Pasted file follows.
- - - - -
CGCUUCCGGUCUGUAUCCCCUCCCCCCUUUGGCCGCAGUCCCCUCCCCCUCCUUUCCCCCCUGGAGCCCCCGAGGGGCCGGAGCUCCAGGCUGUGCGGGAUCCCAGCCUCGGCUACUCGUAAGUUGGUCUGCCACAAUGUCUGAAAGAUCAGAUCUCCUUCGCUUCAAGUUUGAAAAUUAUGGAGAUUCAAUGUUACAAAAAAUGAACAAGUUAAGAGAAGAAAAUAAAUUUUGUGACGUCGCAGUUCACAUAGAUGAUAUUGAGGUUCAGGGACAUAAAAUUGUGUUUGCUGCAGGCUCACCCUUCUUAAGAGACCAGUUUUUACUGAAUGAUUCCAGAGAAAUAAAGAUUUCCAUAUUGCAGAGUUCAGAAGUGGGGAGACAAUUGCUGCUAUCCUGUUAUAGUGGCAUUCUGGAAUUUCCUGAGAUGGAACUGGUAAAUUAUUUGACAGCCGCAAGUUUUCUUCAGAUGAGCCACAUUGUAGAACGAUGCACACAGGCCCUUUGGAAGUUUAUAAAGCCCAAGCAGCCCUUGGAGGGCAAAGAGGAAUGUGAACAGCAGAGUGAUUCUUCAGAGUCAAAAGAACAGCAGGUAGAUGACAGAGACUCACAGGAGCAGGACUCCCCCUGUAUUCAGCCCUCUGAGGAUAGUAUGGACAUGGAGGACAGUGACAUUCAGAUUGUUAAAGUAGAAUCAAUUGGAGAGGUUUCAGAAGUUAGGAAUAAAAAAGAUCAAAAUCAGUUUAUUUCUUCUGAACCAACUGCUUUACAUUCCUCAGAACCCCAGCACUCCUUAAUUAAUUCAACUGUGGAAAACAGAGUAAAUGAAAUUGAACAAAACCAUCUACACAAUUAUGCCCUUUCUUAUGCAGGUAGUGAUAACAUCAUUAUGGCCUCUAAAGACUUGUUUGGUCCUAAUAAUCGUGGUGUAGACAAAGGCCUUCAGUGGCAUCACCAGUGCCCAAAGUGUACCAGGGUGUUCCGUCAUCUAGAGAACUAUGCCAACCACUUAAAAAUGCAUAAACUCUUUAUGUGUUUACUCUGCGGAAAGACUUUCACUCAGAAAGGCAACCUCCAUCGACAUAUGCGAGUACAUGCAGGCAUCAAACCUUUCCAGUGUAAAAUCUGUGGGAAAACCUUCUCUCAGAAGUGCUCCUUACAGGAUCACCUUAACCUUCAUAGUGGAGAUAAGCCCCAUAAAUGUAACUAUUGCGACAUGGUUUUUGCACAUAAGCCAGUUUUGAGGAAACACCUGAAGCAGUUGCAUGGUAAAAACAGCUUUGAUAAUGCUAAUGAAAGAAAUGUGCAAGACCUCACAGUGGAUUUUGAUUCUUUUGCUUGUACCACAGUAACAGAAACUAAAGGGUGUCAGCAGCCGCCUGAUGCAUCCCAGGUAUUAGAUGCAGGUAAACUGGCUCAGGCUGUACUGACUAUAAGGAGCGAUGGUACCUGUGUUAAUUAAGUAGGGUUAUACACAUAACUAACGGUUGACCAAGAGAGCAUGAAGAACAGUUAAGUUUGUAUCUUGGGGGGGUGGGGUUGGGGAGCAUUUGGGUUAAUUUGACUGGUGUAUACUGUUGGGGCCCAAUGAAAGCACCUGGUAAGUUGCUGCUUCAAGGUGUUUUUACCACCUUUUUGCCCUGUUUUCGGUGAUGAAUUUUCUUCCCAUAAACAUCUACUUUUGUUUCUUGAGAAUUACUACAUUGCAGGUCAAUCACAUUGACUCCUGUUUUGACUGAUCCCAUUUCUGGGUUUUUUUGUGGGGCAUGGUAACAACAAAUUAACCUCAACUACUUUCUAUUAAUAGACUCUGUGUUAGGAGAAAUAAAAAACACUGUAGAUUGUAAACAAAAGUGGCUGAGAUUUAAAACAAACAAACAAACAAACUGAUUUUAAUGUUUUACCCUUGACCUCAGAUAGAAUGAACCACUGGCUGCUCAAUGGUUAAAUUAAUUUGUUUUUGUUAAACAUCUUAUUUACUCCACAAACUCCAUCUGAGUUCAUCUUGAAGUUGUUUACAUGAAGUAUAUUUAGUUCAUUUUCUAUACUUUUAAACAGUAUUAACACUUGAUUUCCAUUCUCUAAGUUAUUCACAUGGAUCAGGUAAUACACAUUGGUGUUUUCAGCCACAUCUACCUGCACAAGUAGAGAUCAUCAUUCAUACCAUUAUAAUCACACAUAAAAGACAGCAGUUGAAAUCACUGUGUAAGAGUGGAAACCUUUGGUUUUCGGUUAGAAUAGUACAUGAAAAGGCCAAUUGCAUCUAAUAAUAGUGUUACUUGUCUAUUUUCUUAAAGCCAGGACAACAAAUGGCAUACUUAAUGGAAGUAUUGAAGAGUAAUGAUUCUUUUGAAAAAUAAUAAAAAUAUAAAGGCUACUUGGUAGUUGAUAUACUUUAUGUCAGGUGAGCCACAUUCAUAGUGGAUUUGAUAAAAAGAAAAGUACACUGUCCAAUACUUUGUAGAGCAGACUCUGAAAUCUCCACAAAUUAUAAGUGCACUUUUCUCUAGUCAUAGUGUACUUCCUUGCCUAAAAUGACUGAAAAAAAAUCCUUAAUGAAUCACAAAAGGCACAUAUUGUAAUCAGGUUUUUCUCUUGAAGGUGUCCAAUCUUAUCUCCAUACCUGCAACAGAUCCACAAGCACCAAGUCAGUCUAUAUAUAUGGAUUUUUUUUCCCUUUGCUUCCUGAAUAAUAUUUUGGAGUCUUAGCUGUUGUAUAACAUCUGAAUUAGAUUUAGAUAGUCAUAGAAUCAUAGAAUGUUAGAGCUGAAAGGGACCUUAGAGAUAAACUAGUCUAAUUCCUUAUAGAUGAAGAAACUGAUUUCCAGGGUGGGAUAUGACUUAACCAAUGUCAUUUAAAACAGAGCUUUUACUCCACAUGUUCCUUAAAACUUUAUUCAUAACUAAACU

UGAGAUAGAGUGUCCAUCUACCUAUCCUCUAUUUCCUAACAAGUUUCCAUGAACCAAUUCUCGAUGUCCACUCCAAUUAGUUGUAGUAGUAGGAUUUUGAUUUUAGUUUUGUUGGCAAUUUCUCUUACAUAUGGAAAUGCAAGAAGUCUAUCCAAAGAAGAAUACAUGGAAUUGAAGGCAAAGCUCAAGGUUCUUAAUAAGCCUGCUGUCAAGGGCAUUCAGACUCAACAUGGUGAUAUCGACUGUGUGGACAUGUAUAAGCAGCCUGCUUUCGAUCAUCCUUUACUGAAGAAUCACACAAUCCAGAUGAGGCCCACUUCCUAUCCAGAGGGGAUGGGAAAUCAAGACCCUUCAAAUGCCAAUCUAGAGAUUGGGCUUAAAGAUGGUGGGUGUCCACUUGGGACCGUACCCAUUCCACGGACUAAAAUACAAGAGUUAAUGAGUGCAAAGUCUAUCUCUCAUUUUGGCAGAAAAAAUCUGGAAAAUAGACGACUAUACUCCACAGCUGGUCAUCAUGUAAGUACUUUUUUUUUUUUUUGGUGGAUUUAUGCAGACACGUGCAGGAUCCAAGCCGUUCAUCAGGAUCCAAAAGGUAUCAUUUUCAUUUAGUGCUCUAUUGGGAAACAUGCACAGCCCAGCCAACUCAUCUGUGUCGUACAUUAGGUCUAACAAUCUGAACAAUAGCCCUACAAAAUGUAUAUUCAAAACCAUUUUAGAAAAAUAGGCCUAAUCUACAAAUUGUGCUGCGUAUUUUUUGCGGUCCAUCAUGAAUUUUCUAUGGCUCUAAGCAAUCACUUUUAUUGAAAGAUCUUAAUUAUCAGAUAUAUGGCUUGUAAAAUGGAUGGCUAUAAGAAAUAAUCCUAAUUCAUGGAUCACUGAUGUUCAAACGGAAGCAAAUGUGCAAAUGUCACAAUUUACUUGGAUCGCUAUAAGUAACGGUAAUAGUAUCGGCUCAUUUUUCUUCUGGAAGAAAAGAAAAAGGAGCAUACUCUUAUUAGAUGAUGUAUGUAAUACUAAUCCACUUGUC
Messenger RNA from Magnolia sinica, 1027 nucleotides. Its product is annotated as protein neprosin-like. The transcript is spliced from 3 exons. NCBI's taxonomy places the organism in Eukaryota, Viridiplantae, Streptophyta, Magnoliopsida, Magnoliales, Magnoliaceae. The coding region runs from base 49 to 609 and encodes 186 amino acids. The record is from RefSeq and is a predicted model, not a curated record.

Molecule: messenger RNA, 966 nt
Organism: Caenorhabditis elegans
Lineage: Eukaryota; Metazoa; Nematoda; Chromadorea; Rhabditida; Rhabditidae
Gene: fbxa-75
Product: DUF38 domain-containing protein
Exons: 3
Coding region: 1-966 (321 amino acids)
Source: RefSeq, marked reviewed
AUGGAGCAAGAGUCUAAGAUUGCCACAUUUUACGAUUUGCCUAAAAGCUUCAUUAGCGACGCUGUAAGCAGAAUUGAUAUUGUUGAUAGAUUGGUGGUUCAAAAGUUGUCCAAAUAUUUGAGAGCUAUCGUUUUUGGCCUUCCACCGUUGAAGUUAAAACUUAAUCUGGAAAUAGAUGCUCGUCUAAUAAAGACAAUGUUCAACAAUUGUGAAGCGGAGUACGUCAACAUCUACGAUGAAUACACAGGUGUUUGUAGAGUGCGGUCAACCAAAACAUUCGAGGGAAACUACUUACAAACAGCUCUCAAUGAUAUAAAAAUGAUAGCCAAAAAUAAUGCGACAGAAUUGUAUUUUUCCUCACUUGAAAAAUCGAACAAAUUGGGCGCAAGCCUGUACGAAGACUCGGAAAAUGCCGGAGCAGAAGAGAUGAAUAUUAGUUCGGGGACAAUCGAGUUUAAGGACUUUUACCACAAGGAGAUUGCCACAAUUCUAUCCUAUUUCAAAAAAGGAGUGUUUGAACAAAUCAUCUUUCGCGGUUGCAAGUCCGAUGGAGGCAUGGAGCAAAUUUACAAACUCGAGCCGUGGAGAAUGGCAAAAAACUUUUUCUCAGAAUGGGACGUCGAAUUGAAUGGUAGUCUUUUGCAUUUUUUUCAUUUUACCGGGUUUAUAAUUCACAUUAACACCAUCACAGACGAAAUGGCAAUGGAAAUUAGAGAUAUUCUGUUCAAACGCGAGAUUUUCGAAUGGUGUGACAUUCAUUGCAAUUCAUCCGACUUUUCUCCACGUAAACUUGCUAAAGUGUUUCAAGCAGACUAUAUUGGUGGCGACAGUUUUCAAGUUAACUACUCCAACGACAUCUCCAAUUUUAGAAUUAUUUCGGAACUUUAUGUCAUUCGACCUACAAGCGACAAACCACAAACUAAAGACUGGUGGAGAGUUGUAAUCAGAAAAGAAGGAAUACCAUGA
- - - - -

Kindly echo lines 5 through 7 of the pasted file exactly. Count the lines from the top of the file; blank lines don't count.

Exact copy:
Organism: Caenorhabditis elegans
Lineage: Eukaryota; Metazoa; Nematoda; Chromadorea; Rhabditida; Rhabditidae
Gene: fbxa-75